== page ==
Booking Accommodation In Europe
At first, I thought booking accommodation in Europe would be a daunting task.
Most of our travel experiences thus far have been in Asia. The beauty of travelling to Asia, is once you get there, most things are quite cheap, accommodation included.
And although accommodation in Europe was more expensive then Asia (to be expected), in most parts, it was not as expensive as I thought.
So we can keep the case study clear, we will share our experiences and results from Italy.
Other countries we are visiting include, France, Greece and Turkey. For France and Italy, it will be just Chris and I, so the results you see here are based on two people travelling.
Although we don’t discuss France here, we found it to be similar to Italy in terms of accommodation. Greece and Turkey were a bit different, as we travelled with Chris’s family, so we booked a mixture of apartments/houses and individual hotel rooms. I’d recommend booking ahead for the Greek Islands as they can get expensive, but Turkey was reasonably priced (it was booked well in advance though).
For this trip, we were definitely on a budget. We wanted to keep accommodation down to less then $150 per night for the both of us, but preferably less then $100 per night if we could. We chose not to stay in hostels, as we would rather use sites like airbnb and stay with local people or within local homes, at great rates. Other times we have opted for hotels. And in one stop in Italy (Rome), we were able to use staff rates, as Chris works at a hotel for his full-time job.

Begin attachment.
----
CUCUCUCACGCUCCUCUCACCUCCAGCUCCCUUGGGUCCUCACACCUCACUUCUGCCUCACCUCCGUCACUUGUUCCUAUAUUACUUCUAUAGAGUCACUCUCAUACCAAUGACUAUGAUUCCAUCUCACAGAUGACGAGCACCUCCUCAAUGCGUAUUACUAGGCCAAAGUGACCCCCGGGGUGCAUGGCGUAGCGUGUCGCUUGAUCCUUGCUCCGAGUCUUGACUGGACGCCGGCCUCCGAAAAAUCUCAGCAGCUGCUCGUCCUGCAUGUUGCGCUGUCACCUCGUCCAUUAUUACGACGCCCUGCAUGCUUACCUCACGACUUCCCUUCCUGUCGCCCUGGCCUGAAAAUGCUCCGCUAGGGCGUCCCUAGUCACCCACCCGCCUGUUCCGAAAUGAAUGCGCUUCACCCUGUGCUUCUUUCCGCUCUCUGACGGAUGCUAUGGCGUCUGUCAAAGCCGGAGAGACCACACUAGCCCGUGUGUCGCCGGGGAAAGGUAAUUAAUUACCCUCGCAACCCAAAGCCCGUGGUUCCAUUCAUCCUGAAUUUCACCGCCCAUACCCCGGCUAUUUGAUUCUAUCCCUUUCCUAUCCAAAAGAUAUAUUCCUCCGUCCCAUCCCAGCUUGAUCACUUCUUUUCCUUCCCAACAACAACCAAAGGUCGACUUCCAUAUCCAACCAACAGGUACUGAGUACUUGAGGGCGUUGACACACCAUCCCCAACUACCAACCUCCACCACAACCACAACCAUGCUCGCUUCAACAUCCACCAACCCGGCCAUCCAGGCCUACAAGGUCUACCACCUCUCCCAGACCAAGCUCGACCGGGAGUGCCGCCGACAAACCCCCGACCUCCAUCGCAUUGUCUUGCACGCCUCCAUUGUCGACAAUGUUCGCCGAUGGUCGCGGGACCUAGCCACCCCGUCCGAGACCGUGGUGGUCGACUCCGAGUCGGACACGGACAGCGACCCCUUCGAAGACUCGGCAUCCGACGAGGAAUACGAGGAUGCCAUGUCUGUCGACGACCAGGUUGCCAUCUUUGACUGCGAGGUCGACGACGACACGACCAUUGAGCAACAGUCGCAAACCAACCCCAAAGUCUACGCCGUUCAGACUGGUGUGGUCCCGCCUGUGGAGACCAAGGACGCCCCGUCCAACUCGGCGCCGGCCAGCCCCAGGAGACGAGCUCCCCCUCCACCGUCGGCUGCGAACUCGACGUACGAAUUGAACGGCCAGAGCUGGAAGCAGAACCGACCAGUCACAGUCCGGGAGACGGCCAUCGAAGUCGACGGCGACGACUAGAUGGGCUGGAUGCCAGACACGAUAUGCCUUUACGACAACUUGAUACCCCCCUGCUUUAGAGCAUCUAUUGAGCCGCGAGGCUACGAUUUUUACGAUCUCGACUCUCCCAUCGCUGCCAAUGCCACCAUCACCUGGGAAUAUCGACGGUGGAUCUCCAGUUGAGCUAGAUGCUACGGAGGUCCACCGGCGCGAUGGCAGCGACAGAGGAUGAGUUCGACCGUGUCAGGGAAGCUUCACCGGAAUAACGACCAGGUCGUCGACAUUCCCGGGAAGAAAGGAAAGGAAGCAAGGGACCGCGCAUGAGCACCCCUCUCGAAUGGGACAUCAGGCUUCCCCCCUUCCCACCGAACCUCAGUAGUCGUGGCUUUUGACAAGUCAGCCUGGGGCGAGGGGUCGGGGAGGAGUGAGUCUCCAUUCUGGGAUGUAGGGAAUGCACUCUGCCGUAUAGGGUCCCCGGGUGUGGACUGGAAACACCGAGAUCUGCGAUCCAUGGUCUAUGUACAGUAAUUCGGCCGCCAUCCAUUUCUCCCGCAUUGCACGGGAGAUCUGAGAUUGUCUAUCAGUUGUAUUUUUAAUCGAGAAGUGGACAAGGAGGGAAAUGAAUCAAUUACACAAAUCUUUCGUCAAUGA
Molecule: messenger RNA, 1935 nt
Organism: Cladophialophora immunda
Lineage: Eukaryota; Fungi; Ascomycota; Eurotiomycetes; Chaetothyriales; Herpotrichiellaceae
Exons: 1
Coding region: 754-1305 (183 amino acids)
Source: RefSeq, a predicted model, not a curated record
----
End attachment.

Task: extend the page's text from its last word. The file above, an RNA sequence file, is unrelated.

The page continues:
Spotlight on Italy
In Italy we are staying in these locations:
- San Gimignano
- Cinque Terre – Riomaggiore
The Most Expensive Places
Two places that stood out to me as being expensive, were the Amalfi Coast and Venice. I presume because they are very touristy, and smaller in comparison to other tourist areas e.g. Rome, therefore less options.
I found it disheartening that the options were not just more expensive, but the value doesn’t seem to be there. A room here for 200 AUD might be very basic, where in other places you can get great value for this amount of money.
We looked at airbnb, booking.com, venere.com, just google searching bnb’s (which actually turned up some great results, but most were sold out!).
If you are going to these places, or destinations similar, my only advice is to book ahead. You will pay the price for where you are, and I’d much rather pay it than not go. But you will get much more value for your money the earlier you book. We started looking about 2 – 3 months in advance. I would say start looking from at 3 – 6 months in advance if you want the best deal. I’m basing this on the fact that a lot of the cute bnb’s that looked charming and were less expensive, were mostly sold out by the time we started looking.
Booking Sites We Searched